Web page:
US5122046 *Apr 24, 1991Jun 16, 1992Lisco, Inc.Golf ball injection mold
US5147657 *Apr 22, 1991Sep 15, 1992John GizaRetractable pin for an injection mold
US5240757 *Apr 9, 1992Aug 31, 1993Husky Injection Molding Systems Ltd.Molded article
US5407341 *Nov 29, 1993Apr 18, 1995Sumitomo Rubber Industries, Ltd.Metallic mold for injection-molding of golf balls
US5458473 *Apr 1, 1994Oct 17, 1995Sumitomo Rubber Industries, Ltd.Molds for forming golf balls
US5685884 *Oct 13, 1995Nov 11, 1997Bently Nevada CorporationMethod of making a transducer
US5712562 *Oct 13, 1995Jan 27, 1998Bently Nevada CorporationEncapsulated transducer with an alignment plug and method of manufacture
US5733428 *May 2, 1995Mar 31, 1998Acushnet CompanyMethod for forming polyurethane cover on golf ball core
US5766654 *Nov 17, 1995Jun 16, 1998Groleau; Rodney J.Apparatus for improving knit line strength in polymeric materials
US5770941 *Oct 13, 1995Jun 23, 1998Bently Nevada CorporationEncapsulated transducer and method of manufacture
US5798071 *Jun 7, 1995Aug 25, 1998Acushnet CompanyMethod for the combined injection and compression molding of golf balls
US5818224 *Oct 13, 1995Oct 6, 1998Bently Nevada CorporationEncapsulated transducer with an integrally formed full length sleeve and a component alignment preform and method of manufacture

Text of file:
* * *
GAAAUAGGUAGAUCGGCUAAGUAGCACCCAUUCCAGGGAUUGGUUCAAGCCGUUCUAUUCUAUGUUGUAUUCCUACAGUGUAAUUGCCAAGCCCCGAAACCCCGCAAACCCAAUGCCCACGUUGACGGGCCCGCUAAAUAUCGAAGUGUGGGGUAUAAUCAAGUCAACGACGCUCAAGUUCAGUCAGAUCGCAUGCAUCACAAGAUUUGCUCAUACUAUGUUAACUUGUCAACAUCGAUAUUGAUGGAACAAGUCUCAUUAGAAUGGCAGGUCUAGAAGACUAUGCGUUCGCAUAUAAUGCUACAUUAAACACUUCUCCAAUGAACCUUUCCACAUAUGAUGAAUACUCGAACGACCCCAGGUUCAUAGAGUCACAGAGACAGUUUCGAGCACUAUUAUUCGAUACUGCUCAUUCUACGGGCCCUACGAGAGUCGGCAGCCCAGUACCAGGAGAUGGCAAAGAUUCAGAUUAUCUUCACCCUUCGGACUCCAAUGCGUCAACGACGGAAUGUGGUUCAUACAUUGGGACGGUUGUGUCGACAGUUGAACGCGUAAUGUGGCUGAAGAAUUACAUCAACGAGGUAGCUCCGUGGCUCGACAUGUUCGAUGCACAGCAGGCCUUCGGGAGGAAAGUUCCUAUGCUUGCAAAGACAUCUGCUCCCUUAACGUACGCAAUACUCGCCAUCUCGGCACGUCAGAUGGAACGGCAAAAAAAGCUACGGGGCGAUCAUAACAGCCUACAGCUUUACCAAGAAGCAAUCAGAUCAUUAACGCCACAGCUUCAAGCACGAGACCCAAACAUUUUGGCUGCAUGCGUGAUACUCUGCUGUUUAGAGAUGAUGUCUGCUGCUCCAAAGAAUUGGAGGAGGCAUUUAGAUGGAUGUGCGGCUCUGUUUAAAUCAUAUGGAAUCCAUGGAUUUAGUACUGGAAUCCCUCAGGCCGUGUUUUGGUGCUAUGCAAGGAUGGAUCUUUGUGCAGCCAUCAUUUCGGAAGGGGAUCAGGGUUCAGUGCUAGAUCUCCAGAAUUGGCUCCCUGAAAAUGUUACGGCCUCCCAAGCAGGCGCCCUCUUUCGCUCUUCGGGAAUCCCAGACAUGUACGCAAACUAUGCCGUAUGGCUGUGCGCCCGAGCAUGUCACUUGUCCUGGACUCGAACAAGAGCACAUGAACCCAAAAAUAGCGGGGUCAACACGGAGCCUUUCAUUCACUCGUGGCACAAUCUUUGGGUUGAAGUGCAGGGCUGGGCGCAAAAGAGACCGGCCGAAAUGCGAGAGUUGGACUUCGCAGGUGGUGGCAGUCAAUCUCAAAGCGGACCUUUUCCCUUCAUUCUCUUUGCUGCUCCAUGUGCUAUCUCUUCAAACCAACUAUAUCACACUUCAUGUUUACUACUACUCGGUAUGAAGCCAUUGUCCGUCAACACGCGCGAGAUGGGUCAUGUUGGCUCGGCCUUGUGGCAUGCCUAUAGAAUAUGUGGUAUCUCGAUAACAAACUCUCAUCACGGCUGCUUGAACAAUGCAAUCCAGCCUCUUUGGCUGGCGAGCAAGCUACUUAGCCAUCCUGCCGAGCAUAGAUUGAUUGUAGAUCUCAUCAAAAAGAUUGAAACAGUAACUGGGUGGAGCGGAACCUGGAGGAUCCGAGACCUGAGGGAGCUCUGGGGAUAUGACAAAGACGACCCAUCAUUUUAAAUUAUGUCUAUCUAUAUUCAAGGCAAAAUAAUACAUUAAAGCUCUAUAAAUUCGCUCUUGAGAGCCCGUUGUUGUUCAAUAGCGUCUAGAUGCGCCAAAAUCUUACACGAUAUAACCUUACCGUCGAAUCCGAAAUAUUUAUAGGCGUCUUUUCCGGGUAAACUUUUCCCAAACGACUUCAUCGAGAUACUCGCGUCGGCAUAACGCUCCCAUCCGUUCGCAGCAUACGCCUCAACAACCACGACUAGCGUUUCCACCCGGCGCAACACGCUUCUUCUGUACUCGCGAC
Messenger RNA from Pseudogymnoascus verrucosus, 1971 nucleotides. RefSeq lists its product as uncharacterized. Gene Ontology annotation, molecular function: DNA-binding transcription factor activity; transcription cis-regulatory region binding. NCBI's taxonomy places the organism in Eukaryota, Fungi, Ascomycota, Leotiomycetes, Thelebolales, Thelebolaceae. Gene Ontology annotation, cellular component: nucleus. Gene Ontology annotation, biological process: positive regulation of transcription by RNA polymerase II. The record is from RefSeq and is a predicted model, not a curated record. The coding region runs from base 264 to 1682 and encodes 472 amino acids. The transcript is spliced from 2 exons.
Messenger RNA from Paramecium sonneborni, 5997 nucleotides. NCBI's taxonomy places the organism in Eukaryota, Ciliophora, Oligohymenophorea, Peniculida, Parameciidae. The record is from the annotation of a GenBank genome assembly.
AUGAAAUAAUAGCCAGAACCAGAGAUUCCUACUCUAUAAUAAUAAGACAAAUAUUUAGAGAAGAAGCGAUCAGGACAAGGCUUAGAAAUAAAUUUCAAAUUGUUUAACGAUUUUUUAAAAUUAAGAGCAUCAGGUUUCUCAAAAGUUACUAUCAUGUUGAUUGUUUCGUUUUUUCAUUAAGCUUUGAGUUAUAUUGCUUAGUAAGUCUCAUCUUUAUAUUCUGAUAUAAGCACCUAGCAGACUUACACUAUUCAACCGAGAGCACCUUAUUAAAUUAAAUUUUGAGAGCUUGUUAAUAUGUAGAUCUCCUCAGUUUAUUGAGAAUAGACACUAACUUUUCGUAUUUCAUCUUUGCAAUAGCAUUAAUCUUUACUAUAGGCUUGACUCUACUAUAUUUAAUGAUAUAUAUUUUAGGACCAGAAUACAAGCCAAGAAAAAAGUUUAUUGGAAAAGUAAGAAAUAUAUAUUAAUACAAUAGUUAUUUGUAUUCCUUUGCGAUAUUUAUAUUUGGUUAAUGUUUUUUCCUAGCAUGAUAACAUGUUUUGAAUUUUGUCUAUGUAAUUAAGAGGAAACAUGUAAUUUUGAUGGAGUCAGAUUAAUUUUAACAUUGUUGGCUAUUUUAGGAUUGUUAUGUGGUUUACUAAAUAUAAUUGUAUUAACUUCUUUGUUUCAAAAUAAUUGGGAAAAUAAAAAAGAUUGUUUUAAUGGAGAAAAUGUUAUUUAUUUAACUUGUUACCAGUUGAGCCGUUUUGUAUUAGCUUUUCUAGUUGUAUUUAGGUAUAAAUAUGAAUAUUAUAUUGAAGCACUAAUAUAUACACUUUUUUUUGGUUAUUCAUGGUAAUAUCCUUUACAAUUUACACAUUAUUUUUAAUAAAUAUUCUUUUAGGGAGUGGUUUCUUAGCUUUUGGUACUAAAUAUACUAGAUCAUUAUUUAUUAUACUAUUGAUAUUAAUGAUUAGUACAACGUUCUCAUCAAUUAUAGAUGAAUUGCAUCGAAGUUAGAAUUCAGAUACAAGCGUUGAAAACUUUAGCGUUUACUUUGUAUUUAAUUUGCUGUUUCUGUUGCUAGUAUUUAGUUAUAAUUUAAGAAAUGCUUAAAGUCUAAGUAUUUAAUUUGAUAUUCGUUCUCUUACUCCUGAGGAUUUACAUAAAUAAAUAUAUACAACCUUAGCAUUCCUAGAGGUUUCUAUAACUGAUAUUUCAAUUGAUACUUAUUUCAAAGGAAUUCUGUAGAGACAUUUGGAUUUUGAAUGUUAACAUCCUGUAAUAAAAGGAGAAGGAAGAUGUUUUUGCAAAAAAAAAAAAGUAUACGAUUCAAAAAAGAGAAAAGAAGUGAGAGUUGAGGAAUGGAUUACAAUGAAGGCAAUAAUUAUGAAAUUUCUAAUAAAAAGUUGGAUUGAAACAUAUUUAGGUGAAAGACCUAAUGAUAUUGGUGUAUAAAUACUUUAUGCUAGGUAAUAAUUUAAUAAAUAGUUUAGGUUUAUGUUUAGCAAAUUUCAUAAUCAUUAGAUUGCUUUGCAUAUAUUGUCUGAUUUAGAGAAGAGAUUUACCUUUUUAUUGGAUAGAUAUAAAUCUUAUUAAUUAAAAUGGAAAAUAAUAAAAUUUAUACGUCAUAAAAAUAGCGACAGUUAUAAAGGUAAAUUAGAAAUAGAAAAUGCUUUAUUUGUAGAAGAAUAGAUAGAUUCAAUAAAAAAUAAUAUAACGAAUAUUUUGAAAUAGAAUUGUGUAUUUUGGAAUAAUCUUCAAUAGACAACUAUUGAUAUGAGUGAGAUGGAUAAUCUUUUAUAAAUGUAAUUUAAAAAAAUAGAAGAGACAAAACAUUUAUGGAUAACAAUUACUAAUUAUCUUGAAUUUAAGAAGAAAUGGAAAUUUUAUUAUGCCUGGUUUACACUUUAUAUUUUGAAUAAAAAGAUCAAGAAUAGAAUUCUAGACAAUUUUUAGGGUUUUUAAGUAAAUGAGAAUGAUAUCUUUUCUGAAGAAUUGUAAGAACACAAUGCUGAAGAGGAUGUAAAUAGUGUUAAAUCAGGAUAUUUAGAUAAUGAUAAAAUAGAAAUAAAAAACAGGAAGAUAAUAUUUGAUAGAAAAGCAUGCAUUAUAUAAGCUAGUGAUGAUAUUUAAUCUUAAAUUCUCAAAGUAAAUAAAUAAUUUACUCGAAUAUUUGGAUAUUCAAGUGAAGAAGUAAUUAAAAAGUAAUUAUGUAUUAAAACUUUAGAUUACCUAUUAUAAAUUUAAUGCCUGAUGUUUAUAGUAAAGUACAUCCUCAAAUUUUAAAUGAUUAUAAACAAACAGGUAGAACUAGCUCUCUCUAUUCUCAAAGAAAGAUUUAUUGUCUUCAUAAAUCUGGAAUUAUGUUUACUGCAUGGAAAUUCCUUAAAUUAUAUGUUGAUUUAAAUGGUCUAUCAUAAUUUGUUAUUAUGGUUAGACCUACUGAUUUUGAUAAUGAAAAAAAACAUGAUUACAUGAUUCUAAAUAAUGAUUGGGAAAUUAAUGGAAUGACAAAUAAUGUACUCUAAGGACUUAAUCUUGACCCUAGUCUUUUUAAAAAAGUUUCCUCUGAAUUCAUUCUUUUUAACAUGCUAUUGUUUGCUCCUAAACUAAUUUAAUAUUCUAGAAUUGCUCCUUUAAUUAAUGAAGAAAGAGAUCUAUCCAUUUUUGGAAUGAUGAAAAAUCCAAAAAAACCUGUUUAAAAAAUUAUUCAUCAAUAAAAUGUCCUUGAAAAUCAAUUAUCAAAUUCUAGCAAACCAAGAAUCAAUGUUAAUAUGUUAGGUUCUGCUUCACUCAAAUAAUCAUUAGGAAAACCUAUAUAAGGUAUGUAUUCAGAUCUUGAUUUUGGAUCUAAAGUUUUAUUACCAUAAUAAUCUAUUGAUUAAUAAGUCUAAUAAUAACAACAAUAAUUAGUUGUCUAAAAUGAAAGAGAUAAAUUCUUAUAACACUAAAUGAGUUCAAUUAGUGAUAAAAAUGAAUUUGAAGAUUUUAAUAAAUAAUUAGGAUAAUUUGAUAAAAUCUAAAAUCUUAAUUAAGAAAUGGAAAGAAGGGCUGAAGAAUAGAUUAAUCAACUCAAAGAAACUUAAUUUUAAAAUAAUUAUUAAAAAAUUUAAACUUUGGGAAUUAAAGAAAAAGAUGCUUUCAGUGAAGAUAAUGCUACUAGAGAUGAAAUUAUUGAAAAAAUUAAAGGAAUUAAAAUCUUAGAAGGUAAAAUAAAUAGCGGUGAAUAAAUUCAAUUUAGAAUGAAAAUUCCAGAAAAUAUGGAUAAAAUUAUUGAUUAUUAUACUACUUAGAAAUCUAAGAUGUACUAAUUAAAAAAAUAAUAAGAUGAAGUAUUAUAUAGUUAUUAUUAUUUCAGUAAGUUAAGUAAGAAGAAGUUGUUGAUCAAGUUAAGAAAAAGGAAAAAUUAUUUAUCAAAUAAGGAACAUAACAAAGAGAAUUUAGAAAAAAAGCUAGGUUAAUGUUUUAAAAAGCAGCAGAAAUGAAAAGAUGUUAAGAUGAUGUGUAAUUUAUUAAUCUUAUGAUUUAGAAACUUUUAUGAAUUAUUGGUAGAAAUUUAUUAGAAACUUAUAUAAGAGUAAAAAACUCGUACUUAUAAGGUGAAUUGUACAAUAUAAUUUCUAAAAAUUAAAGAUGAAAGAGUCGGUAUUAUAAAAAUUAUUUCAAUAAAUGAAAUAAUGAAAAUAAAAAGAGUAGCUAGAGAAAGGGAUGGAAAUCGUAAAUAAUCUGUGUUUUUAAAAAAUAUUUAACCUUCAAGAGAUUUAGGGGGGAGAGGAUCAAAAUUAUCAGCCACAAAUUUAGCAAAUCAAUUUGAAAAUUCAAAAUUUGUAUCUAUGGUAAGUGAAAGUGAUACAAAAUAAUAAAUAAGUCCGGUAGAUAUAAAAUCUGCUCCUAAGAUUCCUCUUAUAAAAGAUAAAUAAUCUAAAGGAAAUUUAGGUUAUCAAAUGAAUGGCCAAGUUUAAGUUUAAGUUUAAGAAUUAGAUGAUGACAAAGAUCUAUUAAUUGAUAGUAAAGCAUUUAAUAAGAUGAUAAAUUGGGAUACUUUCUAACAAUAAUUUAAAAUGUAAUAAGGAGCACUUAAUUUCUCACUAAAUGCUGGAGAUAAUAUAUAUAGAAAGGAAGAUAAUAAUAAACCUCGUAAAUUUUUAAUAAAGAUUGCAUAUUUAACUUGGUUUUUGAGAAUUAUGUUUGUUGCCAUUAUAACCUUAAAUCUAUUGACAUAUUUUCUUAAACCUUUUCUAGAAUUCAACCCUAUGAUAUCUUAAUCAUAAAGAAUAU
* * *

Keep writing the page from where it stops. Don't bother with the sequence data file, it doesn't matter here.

US5824258 *May 23, 1997Oct 20, 1998Bridgestone Sports Co., Ltd.Injection mold for golf balls and use thereof
US5827548 *Jan 14, 1997Oct 27, 1998Lisco, Inc.Golf ball injection mold
US5840351 *Jun 20, 1996Nov 24, 1998Bridgestone Sports Co., Ltd.Golf ball-forming mold
US5874038 *Oct 30, 1997Feb 23, 1999Bridgestone Sports Co., Ltd.Injection mold for golf balls and method for preparing golf balls
US5882567 *Feb 16, 1996Mar 16, 1999Acushnet CompanyMethod of making a golf ball having multiple layers
US5885172 *May 27, 1997Mar 23, 1999Acushnet CompanyOuter cover layer is thermoset material formed from a castable reactive liquid, inner cover layer comprises high flexural modulus material; provides progressive performance from driver to wedge
US5888437 *Dec 17, 1997Mar 30, 1999Acushnet CompanyEncapsulating core
US5897884 *Oct 23, 1997Apr 27, 1999Acushnet CompanyApparatus for forming polyurethane covers for golf balls
US5947843 *Jun 2, 1997Sep 7, 1999Acushnet CompanyPolyurethane covered golf ball
US5975869 *Sep 17, 1997Nov 2, 1999Bridgestone Sports Co., Ltd.Golf ball mold having adjustable pimple forming pins
US6033611 *Mar 17, 1998Mar 7, 2000Bridgestone Sports Co., Ltd.Method for preparing golf balls using an injection mold